A series of brief encounters from the first half of the semester. This month’s mishmash of topics includes SpongeBob Squarepants, life as a foreigner, loneliness, North Korea, and Jell-O.
Remember when I wrote that I was feeling so much better about my Korean? Yeeeeah, maybe not so much!
After school today, Host Mom and I went to Homeplus to do some grocery shopping. Host Mom put kimbap in our shopping cart to have for dinner so we wouldn’t have to cook, but she wanted something else to go with it. After we paid for the groceries, we started walking toward the exit when Host Mom asked, “Ka-pu-shi mokollaeyo?”
Would you like to eat…Ka-pu-shi?
Linguistically, I’ve changed from a college graduate to a toddler.
A few months ago, I was writing my senior thesis, working on the campus magazine, and signing the final paperwork to accept my Fulbright grant. But when I moved here in July, I was lucky if I could communicate basic needs like wanting food or going to the bathroom. And if someone looked at me and started speaking Korean, I was (and still am) petrified.
I swear! I want to say every time I look helplessly for my online dictionary or glance at the nearest bilingual person in the room. I’m a reasonably intelligent human being!
It’s humbling and frustrating to be a beginner again. I’m used to being a fast learner and understanding new information quickly. But learning a language isn’t like that. Sure, I understand the grammatical rules. For some reason, that’s easy for me. I can write basic Korean sentences without a problem. But listening and understanding? Forming the sentences myself? It’s a herculean task.
As difficult as it is when you and another person are speaking to each other in two different languages, it’s much more difficult when you are speaking the same language but cannot understand each other due to pronunciation and regional accents. While I run into the former problem in my everyday struggles with speaking Korean, the latter problem is most common when I am helping my students with their English writing.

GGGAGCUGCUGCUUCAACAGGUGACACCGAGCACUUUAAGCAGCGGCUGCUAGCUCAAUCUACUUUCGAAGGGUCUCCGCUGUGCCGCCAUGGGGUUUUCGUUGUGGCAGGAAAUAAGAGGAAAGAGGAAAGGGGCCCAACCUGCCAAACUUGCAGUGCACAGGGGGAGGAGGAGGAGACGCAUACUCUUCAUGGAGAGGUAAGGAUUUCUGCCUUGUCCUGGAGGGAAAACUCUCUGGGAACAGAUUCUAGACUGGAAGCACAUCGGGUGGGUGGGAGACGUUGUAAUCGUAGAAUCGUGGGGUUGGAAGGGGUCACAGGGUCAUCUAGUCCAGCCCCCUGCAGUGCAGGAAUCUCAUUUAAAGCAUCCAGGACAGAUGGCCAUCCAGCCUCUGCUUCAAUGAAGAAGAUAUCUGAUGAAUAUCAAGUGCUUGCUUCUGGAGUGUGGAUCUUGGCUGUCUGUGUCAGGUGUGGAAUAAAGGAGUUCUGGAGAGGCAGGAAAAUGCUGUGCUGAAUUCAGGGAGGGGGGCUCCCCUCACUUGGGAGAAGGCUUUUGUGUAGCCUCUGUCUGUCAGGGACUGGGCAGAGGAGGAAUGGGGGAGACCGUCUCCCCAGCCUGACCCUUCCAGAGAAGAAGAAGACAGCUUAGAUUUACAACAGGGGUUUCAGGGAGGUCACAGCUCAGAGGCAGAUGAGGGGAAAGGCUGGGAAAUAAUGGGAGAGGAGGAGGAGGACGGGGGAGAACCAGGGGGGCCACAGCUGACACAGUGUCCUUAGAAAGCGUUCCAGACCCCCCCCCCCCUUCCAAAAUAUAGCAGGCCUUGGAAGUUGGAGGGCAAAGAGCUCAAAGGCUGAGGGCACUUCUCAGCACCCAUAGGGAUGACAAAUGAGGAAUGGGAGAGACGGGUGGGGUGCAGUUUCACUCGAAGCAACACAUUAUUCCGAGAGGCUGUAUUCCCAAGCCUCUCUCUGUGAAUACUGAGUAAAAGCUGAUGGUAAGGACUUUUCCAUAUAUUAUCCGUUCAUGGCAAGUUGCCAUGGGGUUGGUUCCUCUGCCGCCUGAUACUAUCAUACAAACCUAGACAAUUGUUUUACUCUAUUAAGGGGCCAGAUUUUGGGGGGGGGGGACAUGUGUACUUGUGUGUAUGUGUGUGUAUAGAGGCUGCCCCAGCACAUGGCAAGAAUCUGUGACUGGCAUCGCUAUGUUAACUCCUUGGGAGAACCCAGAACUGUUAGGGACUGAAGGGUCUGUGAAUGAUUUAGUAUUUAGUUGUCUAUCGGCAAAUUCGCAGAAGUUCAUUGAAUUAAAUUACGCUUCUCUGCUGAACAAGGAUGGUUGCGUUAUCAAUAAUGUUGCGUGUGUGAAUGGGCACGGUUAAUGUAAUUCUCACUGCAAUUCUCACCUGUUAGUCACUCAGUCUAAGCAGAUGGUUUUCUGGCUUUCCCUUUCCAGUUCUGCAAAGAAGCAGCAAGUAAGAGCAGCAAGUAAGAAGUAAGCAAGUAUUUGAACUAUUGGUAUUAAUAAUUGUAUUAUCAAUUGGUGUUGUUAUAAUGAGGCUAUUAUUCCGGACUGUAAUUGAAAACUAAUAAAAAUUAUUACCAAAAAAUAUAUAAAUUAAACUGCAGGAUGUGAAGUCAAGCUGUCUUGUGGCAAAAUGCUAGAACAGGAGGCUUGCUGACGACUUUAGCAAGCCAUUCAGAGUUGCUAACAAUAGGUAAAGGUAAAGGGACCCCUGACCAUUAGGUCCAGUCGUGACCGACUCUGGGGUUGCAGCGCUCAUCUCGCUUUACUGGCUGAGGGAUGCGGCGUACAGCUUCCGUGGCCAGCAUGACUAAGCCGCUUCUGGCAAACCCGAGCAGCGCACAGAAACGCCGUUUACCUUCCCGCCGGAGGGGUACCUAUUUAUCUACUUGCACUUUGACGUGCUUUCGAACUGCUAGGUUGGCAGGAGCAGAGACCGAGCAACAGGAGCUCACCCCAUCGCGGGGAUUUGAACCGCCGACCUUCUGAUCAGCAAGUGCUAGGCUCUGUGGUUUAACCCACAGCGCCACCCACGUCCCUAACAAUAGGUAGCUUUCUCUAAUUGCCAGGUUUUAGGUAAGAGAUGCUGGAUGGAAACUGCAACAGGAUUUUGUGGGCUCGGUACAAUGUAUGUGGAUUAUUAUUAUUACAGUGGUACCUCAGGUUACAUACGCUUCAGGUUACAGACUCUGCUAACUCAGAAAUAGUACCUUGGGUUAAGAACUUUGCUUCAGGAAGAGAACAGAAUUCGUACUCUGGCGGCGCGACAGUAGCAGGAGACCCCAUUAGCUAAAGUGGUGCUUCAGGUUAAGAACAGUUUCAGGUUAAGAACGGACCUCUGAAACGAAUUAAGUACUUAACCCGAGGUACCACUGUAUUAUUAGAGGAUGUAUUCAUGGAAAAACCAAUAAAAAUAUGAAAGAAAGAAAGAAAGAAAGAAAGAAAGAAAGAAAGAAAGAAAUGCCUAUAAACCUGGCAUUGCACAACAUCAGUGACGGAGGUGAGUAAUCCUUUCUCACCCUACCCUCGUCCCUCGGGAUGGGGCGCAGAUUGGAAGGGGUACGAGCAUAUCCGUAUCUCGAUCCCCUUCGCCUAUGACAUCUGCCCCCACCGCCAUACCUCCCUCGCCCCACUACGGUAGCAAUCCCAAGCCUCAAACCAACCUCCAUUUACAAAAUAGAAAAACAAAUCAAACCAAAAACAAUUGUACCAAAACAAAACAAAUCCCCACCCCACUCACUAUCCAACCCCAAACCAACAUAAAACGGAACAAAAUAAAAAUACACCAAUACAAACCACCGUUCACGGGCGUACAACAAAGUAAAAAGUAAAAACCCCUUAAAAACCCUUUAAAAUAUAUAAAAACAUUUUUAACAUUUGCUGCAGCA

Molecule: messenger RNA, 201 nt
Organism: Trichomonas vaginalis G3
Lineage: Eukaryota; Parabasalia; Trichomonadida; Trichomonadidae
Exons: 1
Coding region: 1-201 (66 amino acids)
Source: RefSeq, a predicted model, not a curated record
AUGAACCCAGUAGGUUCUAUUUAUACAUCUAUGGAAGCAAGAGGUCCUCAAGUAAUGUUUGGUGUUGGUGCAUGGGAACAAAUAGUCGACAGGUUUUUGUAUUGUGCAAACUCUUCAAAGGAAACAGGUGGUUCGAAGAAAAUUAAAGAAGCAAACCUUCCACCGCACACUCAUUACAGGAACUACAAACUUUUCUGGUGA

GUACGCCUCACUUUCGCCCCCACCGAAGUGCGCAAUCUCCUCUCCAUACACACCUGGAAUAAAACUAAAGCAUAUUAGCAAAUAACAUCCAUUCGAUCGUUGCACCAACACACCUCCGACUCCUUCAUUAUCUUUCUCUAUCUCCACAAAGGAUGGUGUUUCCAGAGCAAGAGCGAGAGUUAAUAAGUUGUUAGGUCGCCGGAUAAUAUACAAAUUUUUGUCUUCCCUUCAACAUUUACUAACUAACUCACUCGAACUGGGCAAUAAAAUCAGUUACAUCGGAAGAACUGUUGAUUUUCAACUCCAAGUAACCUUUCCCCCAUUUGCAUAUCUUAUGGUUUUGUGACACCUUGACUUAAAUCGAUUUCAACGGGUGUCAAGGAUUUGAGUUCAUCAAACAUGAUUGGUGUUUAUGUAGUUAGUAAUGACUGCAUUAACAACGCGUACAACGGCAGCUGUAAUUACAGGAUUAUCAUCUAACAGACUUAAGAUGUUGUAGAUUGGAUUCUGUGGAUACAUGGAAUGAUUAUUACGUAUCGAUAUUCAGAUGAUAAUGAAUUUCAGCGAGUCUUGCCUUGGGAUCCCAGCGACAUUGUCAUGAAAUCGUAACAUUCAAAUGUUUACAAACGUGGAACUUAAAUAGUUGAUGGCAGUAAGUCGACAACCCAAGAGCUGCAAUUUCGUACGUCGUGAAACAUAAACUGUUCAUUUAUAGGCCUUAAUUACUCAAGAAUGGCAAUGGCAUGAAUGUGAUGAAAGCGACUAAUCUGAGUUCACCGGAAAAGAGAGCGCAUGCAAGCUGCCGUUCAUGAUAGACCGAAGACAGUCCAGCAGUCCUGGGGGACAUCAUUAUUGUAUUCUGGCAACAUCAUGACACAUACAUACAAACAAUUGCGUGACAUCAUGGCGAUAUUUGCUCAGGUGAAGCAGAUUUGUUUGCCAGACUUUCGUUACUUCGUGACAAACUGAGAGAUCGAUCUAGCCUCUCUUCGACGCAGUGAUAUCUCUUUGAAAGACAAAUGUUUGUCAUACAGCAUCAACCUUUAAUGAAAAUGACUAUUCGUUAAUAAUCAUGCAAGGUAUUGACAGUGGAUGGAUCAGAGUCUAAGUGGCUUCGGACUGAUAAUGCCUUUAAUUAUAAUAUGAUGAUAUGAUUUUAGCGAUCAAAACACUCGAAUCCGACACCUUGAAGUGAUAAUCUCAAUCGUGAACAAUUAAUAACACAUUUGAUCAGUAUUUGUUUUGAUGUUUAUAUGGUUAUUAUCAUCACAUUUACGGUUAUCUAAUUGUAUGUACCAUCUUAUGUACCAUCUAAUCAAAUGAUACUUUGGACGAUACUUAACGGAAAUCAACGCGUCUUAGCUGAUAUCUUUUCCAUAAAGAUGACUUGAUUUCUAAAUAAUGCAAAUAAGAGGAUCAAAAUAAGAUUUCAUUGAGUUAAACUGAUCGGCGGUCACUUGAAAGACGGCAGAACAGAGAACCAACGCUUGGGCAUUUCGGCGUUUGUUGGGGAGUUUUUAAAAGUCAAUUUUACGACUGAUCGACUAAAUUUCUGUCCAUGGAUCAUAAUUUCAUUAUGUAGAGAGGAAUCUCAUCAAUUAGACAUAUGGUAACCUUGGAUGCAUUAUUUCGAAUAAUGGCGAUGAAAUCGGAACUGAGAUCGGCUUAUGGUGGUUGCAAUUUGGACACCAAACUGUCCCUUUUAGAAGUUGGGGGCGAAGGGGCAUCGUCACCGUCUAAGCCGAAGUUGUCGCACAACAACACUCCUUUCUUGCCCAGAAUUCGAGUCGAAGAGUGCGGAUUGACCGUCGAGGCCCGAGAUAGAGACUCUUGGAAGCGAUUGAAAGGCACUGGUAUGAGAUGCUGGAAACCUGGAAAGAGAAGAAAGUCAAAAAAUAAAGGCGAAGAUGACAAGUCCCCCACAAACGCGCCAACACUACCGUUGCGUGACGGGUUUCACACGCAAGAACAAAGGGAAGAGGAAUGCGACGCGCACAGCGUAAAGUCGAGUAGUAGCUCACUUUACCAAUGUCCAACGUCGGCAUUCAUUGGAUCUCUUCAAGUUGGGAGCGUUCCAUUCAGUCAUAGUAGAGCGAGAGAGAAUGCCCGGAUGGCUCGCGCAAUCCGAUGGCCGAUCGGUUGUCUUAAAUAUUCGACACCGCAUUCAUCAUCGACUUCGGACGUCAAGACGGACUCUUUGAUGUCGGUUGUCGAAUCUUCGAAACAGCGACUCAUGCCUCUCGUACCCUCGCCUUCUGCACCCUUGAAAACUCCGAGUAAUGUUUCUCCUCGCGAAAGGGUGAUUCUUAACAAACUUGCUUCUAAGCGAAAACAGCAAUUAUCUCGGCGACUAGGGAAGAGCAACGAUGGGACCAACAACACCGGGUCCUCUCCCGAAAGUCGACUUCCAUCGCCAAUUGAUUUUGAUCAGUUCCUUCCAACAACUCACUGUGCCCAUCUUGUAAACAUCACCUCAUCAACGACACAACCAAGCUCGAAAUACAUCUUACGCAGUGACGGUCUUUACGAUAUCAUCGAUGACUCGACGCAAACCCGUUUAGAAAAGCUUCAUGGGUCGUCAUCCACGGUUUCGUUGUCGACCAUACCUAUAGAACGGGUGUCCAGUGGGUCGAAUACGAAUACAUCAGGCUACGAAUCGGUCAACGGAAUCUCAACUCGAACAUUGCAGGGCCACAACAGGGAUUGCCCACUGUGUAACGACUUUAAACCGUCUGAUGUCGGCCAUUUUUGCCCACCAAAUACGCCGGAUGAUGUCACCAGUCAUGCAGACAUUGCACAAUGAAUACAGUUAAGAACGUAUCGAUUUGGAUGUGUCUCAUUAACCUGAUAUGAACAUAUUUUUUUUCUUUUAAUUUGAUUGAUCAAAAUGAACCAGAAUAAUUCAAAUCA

Today my students were writing a few sentences about their future plans. As I was walking around the classroom to help them, one of the girls called me over.
“Spelling…’liber’?” she asked.
“Liber?” I repeated, glancing at her paper for a clue as to what she meant. “What is ‘liber’?”
Ye Bin and I climbed into the taxi parked outside of Homeplus, our arms laden with groceries and shampoo. Ye Bin said our address to the driver, who did a double take when he glanced at the two of us in the back seat.
“Gimhae Jeil?” the taxi driver asked, glancing at me. He said something in Korean to Ye Bin, who laughed and shook her head.
“Aniyo,” said Ye Bin. She answered something else in Korean. The only two words I picked out were yeodongsaeng (“younger sister”) and daehakkyo (“university”).
“Did he ask if we went to Gimhae Jeil High School?” I asked Ye Bin as the driver pulled away from the curb.
“Yes – he remember you!”
Before I left for Korea, I posted an article I had previously written about English as a global language. Even though I’m only a few weeks into Fulbright, I am starting to realize for the first time just how much of an impact English has around the world–in positive and negative ways.